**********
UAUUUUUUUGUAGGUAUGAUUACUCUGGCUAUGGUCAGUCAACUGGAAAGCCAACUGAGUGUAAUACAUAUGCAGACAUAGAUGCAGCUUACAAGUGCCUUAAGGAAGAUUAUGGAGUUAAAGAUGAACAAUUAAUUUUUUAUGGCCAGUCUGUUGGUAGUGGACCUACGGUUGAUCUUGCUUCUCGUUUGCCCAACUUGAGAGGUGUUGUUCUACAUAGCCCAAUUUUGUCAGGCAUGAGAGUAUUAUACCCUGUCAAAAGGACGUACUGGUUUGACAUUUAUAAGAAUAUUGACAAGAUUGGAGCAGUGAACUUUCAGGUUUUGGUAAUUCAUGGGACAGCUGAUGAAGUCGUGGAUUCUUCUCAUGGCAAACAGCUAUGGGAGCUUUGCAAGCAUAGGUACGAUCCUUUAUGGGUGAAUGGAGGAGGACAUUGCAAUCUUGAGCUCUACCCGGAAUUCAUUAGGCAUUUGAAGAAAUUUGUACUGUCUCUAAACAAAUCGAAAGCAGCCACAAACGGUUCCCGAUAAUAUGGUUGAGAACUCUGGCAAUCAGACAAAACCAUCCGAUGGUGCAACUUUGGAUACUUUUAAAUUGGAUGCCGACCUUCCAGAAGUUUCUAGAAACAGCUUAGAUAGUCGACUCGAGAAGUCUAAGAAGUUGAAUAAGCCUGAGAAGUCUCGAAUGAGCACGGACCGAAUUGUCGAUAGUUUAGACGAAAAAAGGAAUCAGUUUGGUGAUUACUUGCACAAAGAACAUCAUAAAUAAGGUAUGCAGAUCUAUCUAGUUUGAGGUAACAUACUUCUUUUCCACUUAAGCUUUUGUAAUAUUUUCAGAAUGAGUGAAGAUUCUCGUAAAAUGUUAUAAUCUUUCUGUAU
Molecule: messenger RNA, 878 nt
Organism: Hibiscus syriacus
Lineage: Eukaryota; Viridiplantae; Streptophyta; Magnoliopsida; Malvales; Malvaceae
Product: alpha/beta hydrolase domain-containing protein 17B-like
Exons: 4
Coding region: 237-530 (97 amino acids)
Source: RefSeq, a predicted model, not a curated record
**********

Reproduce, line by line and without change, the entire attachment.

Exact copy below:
UAUUUUUUUGUAGGUAUGAUUACUCUGGCUAUGGUCAGUCAACUGGAAAGCCAACUGAGUGUAAUACAUAUGCAGACAUAGAUGCAGCUUACAAGUGCCUUAAGGAAGAUUAUGGAGUUAAAGAUGAACAAUUAAUUUUUUAUGGCCAGUCUGUUGGUAGUGGACCUACGGUUGAUCUUGCUUCUCGUUUGCCCAACUUGAGAGGUGUUGUUCUACAUAGCCCAAUUUUGUCAGGCAUGAGAGUAUUAUACCCUGUCAAAAGGACGUACUGGUUUGACAUUUAUAAGAAUAUUGACAAGAUUGGAGCAGUGAACUUUCAGGUUUUGGUAAUUCAUGGGACAGCUGAUGAAGUCGUGGAUUCUUCUCAUGGCAAACAGCUAUGGGAGCUUUGCAAGCAUAGGUACGAUCCUUUAUGGGUGAAUGGAGGAGGACAUUGCAAUCUUGAGCUCUACCCGGAAUUCAUUAGGCAUUUGAAGAAAUUUGUACUGUCUCUAAACAAAUCGAAAGCAGCCACAAACGGUUCCCGAUAAUAUGGUUGAGAACUCUGGCAAUCAGACAAAACCAUCCGAUGGUGCAACUUUGGAUACUUUUAAAUUGGAUGCCGACCUUCCAGAAGUUUCUAGAAACAGCUUAGAUAGUCGACUCGAGAAGUCUAAGAAGUUGAAUAAGCCUGAGAAGUCUCGAAUGAGCACGGACCGAAUUGUCGAUAGUUUAGACGAAAAAAGGAAUCAGUUUGGUGAUUACUUGCACAAAGAACAUCAUAAAUAAGGUAUGCAGAUCUAUCUAGUUUGAGGUAACAUACUUCUUUUCCACUUAAGCUUUUGUAAUAUUUUCAGAAUGAGUGAAGAUUCUCGUAAAAUGUUAUAAUCUUUCUGUAU
Molecule: messenger RNA, 878 nt
Organism: Hibiscus syriacus
Lineage: Eukaryota; Viridiplantae; Streptophyta; Magnoliopsida; Malvales; Malvaceae
Product: alpha/beta hydrolase domain-containing protein 17B-like
Exons: 4
Coding region: 237-530 (97 amino acids)
Source: RefSeq, a predicted model, not a curated record